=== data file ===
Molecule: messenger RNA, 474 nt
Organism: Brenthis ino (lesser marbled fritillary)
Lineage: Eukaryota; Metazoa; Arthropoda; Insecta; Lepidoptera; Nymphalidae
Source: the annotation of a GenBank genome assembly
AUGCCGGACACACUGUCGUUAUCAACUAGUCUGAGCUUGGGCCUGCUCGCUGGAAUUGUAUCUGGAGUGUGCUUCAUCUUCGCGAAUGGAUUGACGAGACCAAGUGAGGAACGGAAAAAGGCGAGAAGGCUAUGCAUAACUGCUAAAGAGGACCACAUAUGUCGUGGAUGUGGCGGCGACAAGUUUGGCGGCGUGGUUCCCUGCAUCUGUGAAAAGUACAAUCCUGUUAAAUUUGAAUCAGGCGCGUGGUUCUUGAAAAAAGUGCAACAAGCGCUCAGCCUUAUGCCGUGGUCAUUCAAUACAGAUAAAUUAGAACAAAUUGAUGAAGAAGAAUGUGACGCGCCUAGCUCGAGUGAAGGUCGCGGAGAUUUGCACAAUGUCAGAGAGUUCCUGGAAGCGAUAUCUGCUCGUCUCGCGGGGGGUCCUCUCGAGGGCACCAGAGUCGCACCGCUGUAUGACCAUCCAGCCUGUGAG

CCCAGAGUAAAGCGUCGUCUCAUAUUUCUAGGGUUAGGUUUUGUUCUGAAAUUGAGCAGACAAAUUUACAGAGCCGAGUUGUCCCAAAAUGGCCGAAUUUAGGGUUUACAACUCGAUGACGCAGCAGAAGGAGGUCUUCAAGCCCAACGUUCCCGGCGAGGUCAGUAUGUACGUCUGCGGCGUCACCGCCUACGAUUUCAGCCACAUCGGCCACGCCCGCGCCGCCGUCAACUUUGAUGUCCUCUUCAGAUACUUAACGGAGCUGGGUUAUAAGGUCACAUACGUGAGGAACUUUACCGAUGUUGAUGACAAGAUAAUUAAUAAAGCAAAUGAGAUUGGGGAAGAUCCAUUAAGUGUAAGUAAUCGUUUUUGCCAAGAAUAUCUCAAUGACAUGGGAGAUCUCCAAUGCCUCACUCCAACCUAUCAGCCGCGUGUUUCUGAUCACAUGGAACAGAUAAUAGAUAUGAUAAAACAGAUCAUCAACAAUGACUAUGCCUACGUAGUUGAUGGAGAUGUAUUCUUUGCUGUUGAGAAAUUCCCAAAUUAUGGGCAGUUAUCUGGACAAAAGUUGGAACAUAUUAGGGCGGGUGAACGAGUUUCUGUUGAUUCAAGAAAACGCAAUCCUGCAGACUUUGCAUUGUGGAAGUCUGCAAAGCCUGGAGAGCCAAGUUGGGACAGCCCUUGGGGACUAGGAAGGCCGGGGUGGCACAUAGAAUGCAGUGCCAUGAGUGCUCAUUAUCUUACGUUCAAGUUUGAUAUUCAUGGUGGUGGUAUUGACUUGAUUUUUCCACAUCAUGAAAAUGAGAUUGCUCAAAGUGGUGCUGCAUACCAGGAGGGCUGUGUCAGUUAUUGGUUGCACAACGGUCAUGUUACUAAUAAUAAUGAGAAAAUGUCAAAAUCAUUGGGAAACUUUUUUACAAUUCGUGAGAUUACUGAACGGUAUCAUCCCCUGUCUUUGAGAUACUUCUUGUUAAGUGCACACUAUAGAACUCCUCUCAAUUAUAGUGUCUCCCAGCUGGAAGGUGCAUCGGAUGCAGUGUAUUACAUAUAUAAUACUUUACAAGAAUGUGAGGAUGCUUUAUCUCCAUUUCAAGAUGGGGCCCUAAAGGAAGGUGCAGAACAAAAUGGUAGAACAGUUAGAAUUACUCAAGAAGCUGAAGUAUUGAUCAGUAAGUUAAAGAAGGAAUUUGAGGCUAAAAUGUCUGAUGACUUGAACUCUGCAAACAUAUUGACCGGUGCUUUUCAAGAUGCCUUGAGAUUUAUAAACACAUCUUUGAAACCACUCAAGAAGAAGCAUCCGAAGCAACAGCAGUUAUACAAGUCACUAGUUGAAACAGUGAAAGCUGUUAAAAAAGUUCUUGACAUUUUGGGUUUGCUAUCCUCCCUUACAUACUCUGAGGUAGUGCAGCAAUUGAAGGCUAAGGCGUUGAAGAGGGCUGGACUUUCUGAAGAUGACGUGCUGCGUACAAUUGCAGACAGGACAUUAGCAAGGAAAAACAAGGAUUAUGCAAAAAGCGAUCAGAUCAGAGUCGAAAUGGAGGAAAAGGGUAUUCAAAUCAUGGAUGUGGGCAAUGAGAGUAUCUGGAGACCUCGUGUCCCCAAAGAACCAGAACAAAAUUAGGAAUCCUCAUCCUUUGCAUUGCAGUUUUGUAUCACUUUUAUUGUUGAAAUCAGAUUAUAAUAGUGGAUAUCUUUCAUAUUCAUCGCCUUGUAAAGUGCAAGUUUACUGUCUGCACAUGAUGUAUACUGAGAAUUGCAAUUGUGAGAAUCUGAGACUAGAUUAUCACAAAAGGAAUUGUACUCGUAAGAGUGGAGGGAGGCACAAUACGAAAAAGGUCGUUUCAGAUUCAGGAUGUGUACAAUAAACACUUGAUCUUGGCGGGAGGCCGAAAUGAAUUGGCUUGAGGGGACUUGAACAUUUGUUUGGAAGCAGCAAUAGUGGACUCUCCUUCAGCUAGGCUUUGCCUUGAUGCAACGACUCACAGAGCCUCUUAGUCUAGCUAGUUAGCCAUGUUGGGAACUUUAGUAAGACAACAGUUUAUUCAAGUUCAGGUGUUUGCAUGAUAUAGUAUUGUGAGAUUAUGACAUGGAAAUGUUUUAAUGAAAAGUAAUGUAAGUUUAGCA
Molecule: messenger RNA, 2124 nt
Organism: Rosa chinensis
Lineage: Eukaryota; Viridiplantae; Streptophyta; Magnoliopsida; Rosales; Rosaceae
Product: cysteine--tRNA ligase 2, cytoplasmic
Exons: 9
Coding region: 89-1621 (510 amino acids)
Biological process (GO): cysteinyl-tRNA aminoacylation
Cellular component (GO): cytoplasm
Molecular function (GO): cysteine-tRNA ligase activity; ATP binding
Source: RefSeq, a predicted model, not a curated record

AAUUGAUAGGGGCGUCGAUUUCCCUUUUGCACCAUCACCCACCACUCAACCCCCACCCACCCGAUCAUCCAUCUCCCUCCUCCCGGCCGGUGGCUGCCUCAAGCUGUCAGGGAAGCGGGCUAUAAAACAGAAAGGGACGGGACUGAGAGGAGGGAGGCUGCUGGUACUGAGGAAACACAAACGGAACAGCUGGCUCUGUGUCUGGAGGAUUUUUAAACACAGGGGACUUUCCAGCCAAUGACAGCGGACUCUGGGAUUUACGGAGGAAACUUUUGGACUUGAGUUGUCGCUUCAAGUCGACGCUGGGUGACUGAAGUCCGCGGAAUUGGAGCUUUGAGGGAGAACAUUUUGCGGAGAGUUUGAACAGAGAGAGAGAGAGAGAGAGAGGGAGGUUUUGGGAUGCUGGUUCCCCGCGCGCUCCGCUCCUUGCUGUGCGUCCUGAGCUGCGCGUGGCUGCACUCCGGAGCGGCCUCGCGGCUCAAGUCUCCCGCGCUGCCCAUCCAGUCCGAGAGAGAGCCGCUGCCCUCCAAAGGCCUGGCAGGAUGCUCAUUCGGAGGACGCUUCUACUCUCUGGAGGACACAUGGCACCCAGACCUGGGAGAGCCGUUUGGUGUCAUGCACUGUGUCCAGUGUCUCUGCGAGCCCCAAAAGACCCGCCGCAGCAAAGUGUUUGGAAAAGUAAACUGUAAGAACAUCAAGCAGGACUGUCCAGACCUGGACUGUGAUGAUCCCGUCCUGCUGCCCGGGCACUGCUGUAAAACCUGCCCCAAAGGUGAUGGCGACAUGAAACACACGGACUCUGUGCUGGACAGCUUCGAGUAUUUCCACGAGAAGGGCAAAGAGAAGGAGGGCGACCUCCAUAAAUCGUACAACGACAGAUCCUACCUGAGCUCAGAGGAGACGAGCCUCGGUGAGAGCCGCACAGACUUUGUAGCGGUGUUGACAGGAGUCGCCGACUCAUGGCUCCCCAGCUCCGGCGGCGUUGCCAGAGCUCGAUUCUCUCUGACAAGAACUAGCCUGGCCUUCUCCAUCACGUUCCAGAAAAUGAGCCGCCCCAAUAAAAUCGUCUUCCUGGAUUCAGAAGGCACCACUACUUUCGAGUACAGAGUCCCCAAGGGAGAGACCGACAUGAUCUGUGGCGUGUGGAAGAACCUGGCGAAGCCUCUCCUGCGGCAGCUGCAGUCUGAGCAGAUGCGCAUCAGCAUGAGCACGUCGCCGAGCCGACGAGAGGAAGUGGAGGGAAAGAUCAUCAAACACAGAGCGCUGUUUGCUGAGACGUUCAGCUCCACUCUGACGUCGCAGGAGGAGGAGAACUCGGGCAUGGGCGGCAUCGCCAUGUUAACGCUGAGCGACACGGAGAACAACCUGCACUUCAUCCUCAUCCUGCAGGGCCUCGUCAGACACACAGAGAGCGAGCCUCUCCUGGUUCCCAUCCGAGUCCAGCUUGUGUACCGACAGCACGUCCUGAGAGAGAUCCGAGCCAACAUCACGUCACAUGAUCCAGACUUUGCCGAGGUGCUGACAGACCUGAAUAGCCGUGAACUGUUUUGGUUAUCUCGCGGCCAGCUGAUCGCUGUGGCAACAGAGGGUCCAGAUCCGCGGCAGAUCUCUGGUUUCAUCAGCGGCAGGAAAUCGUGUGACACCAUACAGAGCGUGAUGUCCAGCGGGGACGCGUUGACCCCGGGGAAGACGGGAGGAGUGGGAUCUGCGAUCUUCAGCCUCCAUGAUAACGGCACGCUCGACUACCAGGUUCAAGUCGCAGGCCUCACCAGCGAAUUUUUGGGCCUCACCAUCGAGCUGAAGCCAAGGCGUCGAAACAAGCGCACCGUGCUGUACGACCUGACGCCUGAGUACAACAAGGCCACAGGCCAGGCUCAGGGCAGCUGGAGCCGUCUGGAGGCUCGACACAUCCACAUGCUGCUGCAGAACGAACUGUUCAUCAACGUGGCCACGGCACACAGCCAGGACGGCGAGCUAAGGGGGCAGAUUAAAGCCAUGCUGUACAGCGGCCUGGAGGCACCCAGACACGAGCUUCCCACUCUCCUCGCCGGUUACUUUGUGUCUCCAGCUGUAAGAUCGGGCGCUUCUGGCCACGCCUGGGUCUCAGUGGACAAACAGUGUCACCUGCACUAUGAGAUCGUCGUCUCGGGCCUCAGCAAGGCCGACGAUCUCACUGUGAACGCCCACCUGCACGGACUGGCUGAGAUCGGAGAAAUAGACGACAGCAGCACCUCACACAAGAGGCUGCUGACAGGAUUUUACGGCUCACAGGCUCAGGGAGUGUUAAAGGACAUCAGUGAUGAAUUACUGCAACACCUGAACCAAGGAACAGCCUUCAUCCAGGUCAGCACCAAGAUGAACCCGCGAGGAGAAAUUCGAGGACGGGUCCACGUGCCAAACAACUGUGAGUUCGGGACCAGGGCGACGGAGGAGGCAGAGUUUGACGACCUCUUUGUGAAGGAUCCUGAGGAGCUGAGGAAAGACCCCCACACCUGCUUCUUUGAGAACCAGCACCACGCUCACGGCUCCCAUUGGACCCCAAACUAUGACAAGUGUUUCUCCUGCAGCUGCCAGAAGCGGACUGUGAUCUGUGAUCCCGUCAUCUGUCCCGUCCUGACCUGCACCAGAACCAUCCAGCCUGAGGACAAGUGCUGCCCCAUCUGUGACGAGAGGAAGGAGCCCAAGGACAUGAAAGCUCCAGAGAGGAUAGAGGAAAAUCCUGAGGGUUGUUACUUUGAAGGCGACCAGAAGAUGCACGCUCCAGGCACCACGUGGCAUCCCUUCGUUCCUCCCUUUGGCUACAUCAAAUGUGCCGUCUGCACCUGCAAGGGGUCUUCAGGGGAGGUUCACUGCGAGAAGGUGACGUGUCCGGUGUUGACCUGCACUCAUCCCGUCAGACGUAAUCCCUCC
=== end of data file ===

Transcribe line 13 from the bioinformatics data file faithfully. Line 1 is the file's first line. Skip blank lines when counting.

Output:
Biological process (GO): cysteinyl-tRNA aminoacylation